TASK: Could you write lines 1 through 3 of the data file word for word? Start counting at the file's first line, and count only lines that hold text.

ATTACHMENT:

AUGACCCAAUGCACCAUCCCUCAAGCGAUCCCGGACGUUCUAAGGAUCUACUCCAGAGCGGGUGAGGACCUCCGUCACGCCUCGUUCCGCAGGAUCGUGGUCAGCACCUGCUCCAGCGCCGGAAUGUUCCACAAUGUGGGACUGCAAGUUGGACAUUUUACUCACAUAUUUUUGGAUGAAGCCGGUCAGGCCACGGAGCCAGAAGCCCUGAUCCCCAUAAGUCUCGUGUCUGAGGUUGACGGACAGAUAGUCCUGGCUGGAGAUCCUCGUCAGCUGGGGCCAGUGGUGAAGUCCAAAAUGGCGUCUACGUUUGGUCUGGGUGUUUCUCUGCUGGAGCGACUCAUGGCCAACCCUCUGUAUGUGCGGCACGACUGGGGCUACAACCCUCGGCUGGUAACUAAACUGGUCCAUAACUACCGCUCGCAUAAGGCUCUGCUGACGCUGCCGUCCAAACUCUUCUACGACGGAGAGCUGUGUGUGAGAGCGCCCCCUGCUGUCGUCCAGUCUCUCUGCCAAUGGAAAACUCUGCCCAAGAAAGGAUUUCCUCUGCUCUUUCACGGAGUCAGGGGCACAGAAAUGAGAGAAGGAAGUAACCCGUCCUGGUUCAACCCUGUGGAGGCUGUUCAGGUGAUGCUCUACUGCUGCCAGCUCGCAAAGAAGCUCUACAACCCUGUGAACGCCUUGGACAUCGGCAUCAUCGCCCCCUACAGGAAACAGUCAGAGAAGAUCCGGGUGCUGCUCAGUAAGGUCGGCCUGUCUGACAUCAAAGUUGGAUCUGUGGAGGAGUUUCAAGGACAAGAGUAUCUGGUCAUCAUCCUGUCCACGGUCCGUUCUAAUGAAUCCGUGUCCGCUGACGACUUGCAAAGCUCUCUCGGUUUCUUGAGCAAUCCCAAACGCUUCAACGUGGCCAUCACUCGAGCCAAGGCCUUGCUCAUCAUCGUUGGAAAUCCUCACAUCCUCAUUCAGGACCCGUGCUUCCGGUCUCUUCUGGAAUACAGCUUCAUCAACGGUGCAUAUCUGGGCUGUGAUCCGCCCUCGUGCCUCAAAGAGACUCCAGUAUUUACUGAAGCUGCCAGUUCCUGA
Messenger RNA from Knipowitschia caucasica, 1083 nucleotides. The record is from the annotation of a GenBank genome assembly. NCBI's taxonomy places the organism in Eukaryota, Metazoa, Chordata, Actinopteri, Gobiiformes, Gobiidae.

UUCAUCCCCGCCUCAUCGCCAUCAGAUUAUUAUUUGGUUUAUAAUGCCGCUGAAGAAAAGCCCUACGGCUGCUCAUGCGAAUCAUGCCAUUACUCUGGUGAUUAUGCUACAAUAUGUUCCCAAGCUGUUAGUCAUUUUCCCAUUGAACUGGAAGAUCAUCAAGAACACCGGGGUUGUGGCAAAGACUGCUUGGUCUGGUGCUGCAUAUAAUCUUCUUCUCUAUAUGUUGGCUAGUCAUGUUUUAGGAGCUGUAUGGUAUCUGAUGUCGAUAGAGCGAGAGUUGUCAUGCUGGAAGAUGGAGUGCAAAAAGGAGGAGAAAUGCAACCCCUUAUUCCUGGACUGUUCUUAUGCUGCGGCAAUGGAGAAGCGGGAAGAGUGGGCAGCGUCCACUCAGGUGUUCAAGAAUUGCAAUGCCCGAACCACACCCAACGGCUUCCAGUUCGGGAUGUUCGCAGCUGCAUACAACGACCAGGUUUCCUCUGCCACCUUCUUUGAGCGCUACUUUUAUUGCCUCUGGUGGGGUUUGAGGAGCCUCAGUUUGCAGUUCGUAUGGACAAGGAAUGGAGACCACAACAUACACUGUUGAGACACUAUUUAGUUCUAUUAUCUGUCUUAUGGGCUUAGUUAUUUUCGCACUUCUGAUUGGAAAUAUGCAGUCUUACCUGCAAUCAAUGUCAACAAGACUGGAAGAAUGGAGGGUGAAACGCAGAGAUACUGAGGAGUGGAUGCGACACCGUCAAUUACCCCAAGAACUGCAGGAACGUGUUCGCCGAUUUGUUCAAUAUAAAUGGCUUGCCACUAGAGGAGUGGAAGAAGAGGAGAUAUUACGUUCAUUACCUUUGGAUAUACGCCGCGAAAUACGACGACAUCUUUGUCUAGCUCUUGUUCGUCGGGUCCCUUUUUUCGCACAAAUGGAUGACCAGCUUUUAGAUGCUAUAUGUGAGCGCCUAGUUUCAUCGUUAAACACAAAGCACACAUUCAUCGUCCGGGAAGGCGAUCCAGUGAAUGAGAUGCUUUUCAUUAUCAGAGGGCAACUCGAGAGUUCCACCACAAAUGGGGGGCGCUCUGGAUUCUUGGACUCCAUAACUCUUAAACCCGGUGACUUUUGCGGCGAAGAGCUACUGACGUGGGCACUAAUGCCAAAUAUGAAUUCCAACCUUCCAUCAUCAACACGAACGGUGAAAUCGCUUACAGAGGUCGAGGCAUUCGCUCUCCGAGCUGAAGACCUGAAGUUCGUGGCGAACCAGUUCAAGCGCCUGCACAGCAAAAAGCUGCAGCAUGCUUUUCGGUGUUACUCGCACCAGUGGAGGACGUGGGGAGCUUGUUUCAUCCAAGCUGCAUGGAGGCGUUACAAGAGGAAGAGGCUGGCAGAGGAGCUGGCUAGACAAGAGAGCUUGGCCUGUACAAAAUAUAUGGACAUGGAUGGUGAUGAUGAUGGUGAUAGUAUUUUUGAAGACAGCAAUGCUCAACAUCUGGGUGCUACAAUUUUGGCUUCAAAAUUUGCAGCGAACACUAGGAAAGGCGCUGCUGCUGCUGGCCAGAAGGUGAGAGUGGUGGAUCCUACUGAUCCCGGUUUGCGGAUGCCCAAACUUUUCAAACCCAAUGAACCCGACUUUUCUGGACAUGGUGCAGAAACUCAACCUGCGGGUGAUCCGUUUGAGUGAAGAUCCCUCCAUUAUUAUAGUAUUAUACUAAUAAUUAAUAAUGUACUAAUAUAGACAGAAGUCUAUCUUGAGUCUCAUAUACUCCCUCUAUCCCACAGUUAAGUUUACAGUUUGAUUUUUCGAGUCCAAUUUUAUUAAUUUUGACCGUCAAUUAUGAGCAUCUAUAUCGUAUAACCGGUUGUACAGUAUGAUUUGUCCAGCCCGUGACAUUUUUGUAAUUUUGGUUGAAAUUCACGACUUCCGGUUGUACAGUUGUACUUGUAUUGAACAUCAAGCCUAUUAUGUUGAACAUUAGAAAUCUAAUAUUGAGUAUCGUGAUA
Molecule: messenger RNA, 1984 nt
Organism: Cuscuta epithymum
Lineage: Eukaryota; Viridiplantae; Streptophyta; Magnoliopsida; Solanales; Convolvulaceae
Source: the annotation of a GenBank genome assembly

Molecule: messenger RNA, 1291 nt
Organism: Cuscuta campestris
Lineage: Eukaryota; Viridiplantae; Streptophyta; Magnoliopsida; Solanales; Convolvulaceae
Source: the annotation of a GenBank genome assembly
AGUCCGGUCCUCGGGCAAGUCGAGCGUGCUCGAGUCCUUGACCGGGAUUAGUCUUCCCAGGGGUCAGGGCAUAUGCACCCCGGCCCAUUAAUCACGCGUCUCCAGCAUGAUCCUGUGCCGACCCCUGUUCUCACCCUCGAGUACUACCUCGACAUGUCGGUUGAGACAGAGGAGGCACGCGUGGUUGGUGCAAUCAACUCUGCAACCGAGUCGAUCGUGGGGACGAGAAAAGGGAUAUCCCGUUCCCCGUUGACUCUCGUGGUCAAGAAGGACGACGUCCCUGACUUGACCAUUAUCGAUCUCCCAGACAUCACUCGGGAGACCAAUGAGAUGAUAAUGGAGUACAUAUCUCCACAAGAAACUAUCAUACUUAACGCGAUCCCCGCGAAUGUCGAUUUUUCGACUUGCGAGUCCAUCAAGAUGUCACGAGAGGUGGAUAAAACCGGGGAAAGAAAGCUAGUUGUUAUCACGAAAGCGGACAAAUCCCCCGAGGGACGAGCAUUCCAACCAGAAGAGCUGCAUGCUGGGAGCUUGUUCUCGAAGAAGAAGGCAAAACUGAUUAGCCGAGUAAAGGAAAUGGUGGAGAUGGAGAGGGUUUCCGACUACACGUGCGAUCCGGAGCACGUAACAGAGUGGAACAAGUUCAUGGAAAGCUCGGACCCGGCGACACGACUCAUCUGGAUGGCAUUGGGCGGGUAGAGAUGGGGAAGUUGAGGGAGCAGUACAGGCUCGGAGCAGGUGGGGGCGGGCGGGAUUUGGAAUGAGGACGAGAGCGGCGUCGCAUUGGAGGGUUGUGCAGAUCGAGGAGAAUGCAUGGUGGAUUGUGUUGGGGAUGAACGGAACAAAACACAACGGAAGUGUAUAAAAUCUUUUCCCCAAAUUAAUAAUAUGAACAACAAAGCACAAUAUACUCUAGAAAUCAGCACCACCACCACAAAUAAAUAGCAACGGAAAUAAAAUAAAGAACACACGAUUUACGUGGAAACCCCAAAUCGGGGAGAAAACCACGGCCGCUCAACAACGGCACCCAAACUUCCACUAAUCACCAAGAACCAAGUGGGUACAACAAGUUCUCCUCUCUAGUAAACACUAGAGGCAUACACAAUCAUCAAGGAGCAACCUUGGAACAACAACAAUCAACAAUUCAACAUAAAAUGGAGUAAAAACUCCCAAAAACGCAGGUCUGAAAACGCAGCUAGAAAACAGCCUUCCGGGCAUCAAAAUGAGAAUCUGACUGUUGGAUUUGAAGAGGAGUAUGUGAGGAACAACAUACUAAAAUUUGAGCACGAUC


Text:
AUGACCCAAUGCACCAUCCCUCAAGCGAUCCCGGACGUUCUAAGGAUCUACUCCAGAGCGGGUGAGGACCUCCGUCACGCCUCGUUCCGCAGGAUCGUGGUCAGCACCUGCUCCAGCGCCGGAAUGUUCCACAAUGUGGGACUGCAAGUUGGACAUUUUACUCACAUAUUUUUGGAUGAAGCCGGUCAGGCCACGGAGCCAGAAGCCCUGAUCCCCAUAAGUCUCGUGUCUGAGGUUGACGGACAGAUAGUCCUGGCUGGAGAUCCUCGUCAGCUGGGGCCAGUGGUGAAGUCCAAAAUGGCGUCUACGUUUGGUCUGGGUGUUUCUCUGCUGGAGCGACUCAUGGCCAACCCUCUGUAUGUGCGGCACGACUGGGGCUACAACCCUCGGCUGGUAACUAAACUGGUCCAUAACUACCGCUCGCAUAAGGCUCUGCUGACGCUGCCGUCCAAACUCUUCUACGACGGAGAGCUGUGUGUGAGAGCGCCCCCUGCUGUCGUCCAGUCUCUCUGCCAAUGGAAAACUCUGCCCAAGAAAGGAUUUCCUCUGCUCUUUCACGGAGUCAGGGGCACAGAAAUGAGAGAAGGAAGUAACCCGUCCUGGUUCAACCCUGUGGAGGCUGUUCAGGUGAUGCUCUACUGCUGCCAGCUCGCAAAGAAGCUCUACAACCCUGUGAACGCCUUGGACAUCGGCAUCAUCGCCCCCUACAGGAAACAGUCAGAGAAGAUCCGGGUGCUGCUCAGUAAGGUCGGCCUGUCUGACAUCAAAGUUGGAUCUGUGGAGGAGUUUCAAGGACAAGAGUAUCUGGUCAUCAUCCUGUCCACGGUCCGUUCUAAUGAAUCCGUGUCCGCUGACGACUUGCAAAGCUCUCUCGGUUUCUUGAGCAAUCCCAAACGCUUCAACGUGGCCAUCACUCGAGCCAAGGCCUUGCUCAUCAUCGUUGGAAAUCCUCACAUCCUCAUUCAGGACCCGUGCUUCCGGUCUCUUCUGGAAUACAGCUUCAUCAACGGUGCAUAUCUGGGCUGUGAUCCGCCCUCGUGCCUCAAAGAGACUCCAGUAUUUACUGAAGCUGCCAGUUCCUGA
Messenger RNA from Knipowitschia caucasica, 1083 nucleotides. The record is from the annotation of a GenBank genome assembly. NCBI's taxonomy places the organism in Eukaryota, Metazoa, Chordata, Actinopteri, Gobiiformes, Gobiidae.

UUCAUCCCCGCCUCAUCGCCAUCAGAUUAUUAUUUGGUUUAUAAUGCCGCUGAAGAAAAGCCCUACGGCUGCUCAUGCGAAUCAUGCCAUUACUCUGGUGAUUAUGCUACAAUAUGUUCCCAAGCUGUUAGUCAUUUUCCCAUUGAACUGGAAGAUCAUCAAGAACACCGGGGUUGUGGCAAAGACUGCUUGGUCUGGUGCUGCAUAUAAUCUUCUUCUCUAUAUGUUGGCUAGUCAUGUUUUAGGAGCUGUAUGGUAUCUGAUGUCGAUAGAGCGAGAGUUGUCAUGCUGGAAGAUGGAGUGCAAAAAGGAGGAGAAAUGCAACCCCUUAUUCCUGGACUGUUCUUAUGCUGCGGCAAUGGAGAAGCGGGAAGAGUGGGCAGCGUCCACUCAGGUGUUCAAGAAUUGCAAUGCCCGAACCACACCCAACGGCUUCCAGUUCGGGAUGUUCGCAGCUGCAUACAACGACCAGGUUUCCUCUGCCACCUUCUUUGAGCGCUACUUUUAUUGCCUCUGGUGGGGUUUGAGGAGCCUCAGUUUGCAGUUCGUAUGGACAAGGAAUGGAGACCACAACAUACACUGUUGAGACACUAUUUAGUUCUAUUAUCUGUCUUAUGGGCUUAGUUAUUUUCGCACUUCUGAUUGGAAAUAUGCAGUCUUACCUGCAAUCAAUGUCAACAAGACUGGAAGAAUGGAGGGUGAAACGCAGAGAUACUGAGGAGUGGAUGCGACACCGUCAAUUACCCCAAGAACUGCAGGAACGUGUUCGCCGAUUUGUUCAAUAUAAAUGGCUUGCCACUAGAGGAGUGGAAGAAGAGGAGAUAUUACGUUCAUUACCUUUGGAUAUACGCCGCGAAAUACGACGACAUCUUUGUCUAGCUCUUGUUCGUCGGGUCCCUUUUUUCGCACAAAUGGAUGACCAGCUUUUAGAUGCUAUAUGUGAGCGCCUAGUUUCAUCGUUAAACACAAAGCACACAUUCAUCGUCCGGGAAGGCGAUCCAGUGAAUGAGAUGCUUUUCAUUAUCAGAGGGCAACUCGAGAGUUCCACCACAAAUGGGGGGCGCUCUGGAUUCUUGGACUCCAUAACUCUUAAACCCGGUGACUUUUGCGGCGAAGAGCUACUGACGUGGGCACUAAUGCCAAAUAUGAAUUCCAACCUUCCAUCAUCAACACGAACGGUGAAAUCGCUUACAGAGGUCGAGGCAUUCGCUCUCCGAGCUGAAGACCUGAAGUUCGUGGCGAACCAGUUCAAGCGCCUGCACAGCAAAAAGCUGCAGCAUGCUUUUCGGUGUUACUCGCACCAGUGGAGGACGUGGGGAGCUUGUUUCAUCCAAGCUGCAUGGAGGCGUUACAAGAGGAAGAGGCUGGCAGAGGAGCUGGCUAGACAAGAGAGCUUGGCCUGUACAAAAUAUAUGGACAUGGAUGGUGAUGAUGAUGGUGAUAGUAUUUUUGAAGACAGCAAUGCUCAACAUCUGGGUGCUACAAUUUUGGCUUCAAAAUUUGCAGCGAACACUAGGAAAGGCGCUGCUGCUGCUGGCCAGAAGGUGAGAGUGGUGGAUCCUACUGAUCCCGGUUUGCGGAUGCCCAAACUUUUCAAACCCAAUGAACCCGACUUUUCUGGACAUGGUGCAGAAACUCAACCUGCGGGUGAUCCGUUUGAGUGAAGAUCCCUCCAUUAUUAUAGUAUUAUACUAAUAAUUAAUAAUGUACUAAUAUAGACAGAAGUCUAUCUUGAGUCUCAUAUACUCCCUCUAUCCCACAGUUAAGUUUACAGUUUGAUUUUUCGAGUCCAAUUUUAUUAAUUUUGACCGUCAAUUAUGAGCAUCUAUAUCGUAUAACCGGUUGUACAGUAUGAUUUGUCCAGCCCGUGACAUUUUUGUAAUUUUGGUUGAAAUUCACGACUUCCGGUUGUACAGUUGUACUUGUAUUGAACAUCAAGCCUAUUAUGUUGAACAUUAGAAAUCUAAUAUUGAGUAUCGUGAUA